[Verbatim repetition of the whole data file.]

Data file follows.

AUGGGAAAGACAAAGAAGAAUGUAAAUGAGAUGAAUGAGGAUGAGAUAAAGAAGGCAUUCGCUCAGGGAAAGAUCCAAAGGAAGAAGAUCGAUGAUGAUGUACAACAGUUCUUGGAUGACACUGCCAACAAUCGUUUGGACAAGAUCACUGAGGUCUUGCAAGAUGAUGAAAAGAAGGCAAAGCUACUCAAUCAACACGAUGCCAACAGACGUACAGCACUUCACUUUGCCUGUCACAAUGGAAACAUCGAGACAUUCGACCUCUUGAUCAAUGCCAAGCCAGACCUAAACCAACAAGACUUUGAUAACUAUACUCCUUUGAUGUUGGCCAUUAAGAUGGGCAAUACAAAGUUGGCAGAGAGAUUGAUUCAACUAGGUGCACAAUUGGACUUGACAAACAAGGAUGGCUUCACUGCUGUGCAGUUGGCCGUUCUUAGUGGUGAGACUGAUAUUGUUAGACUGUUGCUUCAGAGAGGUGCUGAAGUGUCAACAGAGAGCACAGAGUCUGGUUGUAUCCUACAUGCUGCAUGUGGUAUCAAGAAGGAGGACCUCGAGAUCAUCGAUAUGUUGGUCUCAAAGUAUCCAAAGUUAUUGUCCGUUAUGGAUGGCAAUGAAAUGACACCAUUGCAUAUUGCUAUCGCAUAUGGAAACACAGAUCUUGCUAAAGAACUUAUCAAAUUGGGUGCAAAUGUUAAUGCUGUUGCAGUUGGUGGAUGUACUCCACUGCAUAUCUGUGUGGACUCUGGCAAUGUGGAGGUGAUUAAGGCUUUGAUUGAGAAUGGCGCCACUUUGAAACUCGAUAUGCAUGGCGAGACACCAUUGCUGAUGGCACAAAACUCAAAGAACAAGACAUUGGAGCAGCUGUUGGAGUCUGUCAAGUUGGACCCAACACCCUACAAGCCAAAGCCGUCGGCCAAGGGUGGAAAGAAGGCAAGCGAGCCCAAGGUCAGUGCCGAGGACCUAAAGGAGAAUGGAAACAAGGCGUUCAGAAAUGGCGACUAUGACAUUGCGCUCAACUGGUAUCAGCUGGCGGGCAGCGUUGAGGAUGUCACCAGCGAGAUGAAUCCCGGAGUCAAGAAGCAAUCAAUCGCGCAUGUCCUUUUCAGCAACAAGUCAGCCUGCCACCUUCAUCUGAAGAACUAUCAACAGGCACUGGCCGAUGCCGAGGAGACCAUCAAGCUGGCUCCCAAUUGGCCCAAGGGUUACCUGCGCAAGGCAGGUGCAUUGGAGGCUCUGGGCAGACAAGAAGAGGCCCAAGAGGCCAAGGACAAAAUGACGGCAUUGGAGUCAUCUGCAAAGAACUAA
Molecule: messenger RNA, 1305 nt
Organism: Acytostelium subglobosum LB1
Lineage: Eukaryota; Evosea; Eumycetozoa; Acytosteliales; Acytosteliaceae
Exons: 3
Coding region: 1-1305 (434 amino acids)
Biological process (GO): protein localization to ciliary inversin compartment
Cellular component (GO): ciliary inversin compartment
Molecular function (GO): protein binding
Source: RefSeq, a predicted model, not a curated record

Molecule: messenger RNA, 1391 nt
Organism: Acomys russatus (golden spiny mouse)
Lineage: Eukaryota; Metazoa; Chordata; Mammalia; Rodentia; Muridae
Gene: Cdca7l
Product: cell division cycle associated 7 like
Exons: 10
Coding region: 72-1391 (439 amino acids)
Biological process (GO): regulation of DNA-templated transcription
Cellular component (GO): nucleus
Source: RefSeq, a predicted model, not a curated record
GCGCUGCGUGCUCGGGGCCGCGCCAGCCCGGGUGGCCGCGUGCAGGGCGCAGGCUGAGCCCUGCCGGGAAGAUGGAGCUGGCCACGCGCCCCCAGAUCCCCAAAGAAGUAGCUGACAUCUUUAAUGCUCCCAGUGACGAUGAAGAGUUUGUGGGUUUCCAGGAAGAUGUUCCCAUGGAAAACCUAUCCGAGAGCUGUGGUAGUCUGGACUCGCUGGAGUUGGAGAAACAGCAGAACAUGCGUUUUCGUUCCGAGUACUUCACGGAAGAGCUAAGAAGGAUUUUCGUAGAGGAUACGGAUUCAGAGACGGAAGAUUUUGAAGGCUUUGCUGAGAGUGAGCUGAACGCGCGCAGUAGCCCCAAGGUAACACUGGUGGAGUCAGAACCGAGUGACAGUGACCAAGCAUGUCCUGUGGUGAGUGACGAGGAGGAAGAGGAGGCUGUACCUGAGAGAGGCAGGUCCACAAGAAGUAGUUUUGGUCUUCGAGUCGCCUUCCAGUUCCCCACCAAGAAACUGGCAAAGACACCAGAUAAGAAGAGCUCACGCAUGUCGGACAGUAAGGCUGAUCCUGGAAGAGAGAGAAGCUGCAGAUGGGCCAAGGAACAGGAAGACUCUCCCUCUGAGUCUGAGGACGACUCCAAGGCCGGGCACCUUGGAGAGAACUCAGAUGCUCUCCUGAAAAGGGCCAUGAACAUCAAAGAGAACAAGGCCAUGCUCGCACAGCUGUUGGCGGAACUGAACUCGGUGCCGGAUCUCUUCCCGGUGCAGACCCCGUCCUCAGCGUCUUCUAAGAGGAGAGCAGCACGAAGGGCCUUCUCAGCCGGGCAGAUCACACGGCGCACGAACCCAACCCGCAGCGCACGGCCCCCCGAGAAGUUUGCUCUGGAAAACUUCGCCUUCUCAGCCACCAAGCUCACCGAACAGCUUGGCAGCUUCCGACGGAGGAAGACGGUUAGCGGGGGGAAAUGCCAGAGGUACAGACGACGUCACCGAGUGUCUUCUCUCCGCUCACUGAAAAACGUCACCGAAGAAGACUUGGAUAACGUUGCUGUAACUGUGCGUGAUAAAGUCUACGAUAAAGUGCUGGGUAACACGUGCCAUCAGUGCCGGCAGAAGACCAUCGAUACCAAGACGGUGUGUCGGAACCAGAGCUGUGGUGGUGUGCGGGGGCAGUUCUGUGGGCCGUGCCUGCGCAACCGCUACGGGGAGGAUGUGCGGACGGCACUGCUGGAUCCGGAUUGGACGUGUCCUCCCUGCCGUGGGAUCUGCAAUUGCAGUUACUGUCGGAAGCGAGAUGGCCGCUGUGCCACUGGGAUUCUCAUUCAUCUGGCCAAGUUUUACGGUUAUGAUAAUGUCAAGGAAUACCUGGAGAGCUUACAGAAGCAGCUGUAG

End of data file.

AUGGGAAAGACAAAGAAGAAUGUAAAUGAGAUGAAUGAGGAUGAGAUAAAGAAGGCAUUCGCUCAGGGAAAGAUCCAAAGGAAGAAGAUCGAUGAUGAUGUACAACAGUUCUUGGAUGACACUGCCAACAAUCGUUUGGACAAGAUCACUGAGGUCUUGCAAGAUGAUGAAAAGAAGGCAAAGCUACUCAAUCAACACGAUGCCAACAGACGUACAGCACUUCACUUUGCCUGUCACAAUGGAAACAUCGAGACAUUCGACCUCUUGAUCAAUGCCAAGCCAGACCUAAACCAACAAGACUUUGAUAACUAUACUCCUUUGAUGUUGGCCAUUAAGAUGGGCAAUACAAAGUUGGCAGAGAGAUUGAUUCAACUAGGUGCACAAUUGGACUUGACAAACAAGGAUGGCUUCACUGCUGUGCAGUUGGCCGUUCUUAGUGGUGAGACUGAUAUUGUUAGACUGUUGCUUCAGAGAGGUGCUGAAGUGUCAACAGAGAGCACAGAGUCUGGUUGUAUCCUACAUGCUGCAUGUGGUAUCAAGAAGGAGGACCUCGAGAUCAUCGAUAUGUUGGUCUCAAAGUAUCCAAAGUUAUUGUCCGUUAUGGAUGGCAAUGAAAUGACACCAUUGCAUAUUGCUAUCGCAUAUGGAAACACAGAUCUUGCUAAAGAACUUAUCAAAUUGGGUGCAAAUGUUAAUGCUGUUGCAGUUGGUGGAUGUACUCCACUGCAUAUCUGUGUGGACUCUGGCAAUGUGGAGGUGAUUAAGGCUUUGAUUGAGAAUGGCGCCACUUUGAAACUCGAUAUGCAUGGCGAGACACCAUUGCUGAUGGCACAAAACUCAAAGAACAAGACAUUGGAGCAGCUGUUGGAGUCUGUCAAGUUGGACCCAACACCCUACAAGCCAAAGCCGUCGGCCAAGGGUGGAAAGAAGGCAAGCGAGCCCAAGGUCAGUGCCGAGGACCUAAAGGAGAAUGGAAACAAGGCGUUCAGAAAUGGCGACUAUGACAUUGCGCUCAACUGGUAUCAGCUGGCGGGCAGCGUUGAGGAUGUCACCAGCGAGAUGAAUCCCGGAGUCAAGAAGCAAUCAAUCGCGCAUGUCCUUUUCAGCAACAAGUCAGCCUGCCACCUUCAUCUGAAGAACUAUCAACAGGCACUGGCCGAUGCCGAGGAGACCAUCAAGCUGGCUCCCAAUUGGCCCAAGGGUUACCUGCGCAAGGCAGGUGCAUUGGAGGCUCUGGGCAGACAAGAAGAGGCCCAAGAGGCCAAGGACAAAAUGACGGCAUUGGAGUCAUCUGCAAAGAACUAA
Molecule: messenger RNA, 1305 nt
Organism: Acytostelium subglobosum LB1
Lineage: Eukaryota; Evosea; Eumycetozoa; Acytosteliales; Acytosteliaceae
Exons: 3
Coding region: 1-1305 (434 amino acids)
Biological process (GO): protein localization to ciliary inversin compartment
Cellular component (GO): ciliary inversin compartment
Molecular function (GO): protein binding
Source: RefSeq, a predicted model, not a curated record

Molecule: messenger RNA, 1391 nt
Organism: Acomys russatus (golden spiny mouse)
Lineage: Eukaryota; Metazoa; Chordata; Mammalia; Rodentia; Muridae
Gene: Cdca7l
Product: cell division cycle associated 7 like
Exons: 10
Coding region: 72-1391 (439 amino acids)
Biological process (GO): regulation of DNA-templated transcription
Cellular component (GO): nucleus
Source: RefSeq, a predicted model, not a curated record
GCGCUGCGUGCUCGGGGCCGCGCCAGCCCGGGUGGCCGCGUGCAGGGCGCAGGCUGAGCCCUGCCGGGAAGAUGGAGCUGGCCACGCGCCCCCAGAUCCCCAAAGAAGUAGCUGACAUCUUUAAUGCUCCCAGUGACGAUGAAGAGUUUGUGGGUUUCCAGGAAGAUGUUCCCAUGGAAAACCUAUCCGAGAGCUGUGGUAGUCUGGACUCGCUGGAGUUGGAGAAACAGCAGAACAUGCGUUUUCGUUCCGAGUACUUCACGGAAGAGCUAAGAAGGAUUUUCGUAGAGGAUACGGAUUCAGAGACGGAAGAUUUUGAAGGCUUUGCUGAGAGUGAGCUGAACGCGCGCAGUAGCCCCAAGGUAACACUGGUGGAGUCAGAACCGAGUGACAGUGACCAAGCAUGUCCUGUGGUGAGUGACGAGGAGGAAGAGGAGGCUGUACCUGAGAGAGGCAGGUCCACAAGAAGUAGUUUUGGUCUUCGAGUCGCCUUCCAGUUCCCCACCAAGAAACUGGCAAAGACACCAGAUAAGAAGAGCUCACGCAUGUCGGACAGUAAGGCUGAUCCUGGAAGAGAGAGAAGCUGCAGAUGGGCCAAGGAACAGGAAGACUCUCCCUCUGAGUCUGAGGACGACUCCAAGGCCGGGCACCUUGGAGAGAACUCAGAUGCUCUCCUGAAAAGGGCCAUGAACAUCAAAGAGAACAAGGCCAUGCUCGCACAGCUGUUGGCGGAACUGAACUCGGUGCCGGAUCUCUUCCCGGUGCAGACCCCGUCCUCAGCGUCUUCUAAGAGGAGAGCAGCACGAAGGGCCUUCUCAGCCGGGCAGAUCACACGGCGCACGAACCCAACCCGCAGCGCACGGCCCCCCGAGAAGUUUGCUCUGGAAAACUUCGCCUUCUCAGCCACCAAGCUCACCGAACAGCUUGGCAGCUUCCGACGGAGGAAGACGGUUAGCGGGGGGAAAUGCCAGAGGUACAGACGACGUCACCGAGUGUCUUCUCUCCGCUCACUGAAAAACGUCACCGAAGAAGACUUGGAUAACGUUGCUGUAACUGUGCGUGAUAAAGUCUACGAUAAAGUGCUGGGUAACACGUGCCAUCAGUGCCGGCAGAAGACCAUCGAUACCAAGACGGUGUGUCGGAACCAGAGCUGUGGUGGUGUGCGGGGGCAGUUCUGUGGGCCGUGCCUGCGCAACCGCUACGGGGAGGAUGUGCGGACGGCACUGCUGGAUCCGGAUUGGACGUGUCCUCCCUGCCGUGGGAUCUGCAAUUGCAGUUACUGUCGGAAGCGAGAUGGCCGCUGUGCCACUGGGAUUCUCAUUCAUCUGGCCAAGUUUUACGGUUAUGAUAAUGUCAAGGAAUACCUGGAGAGCUUACAGAAGCAGCUGUAG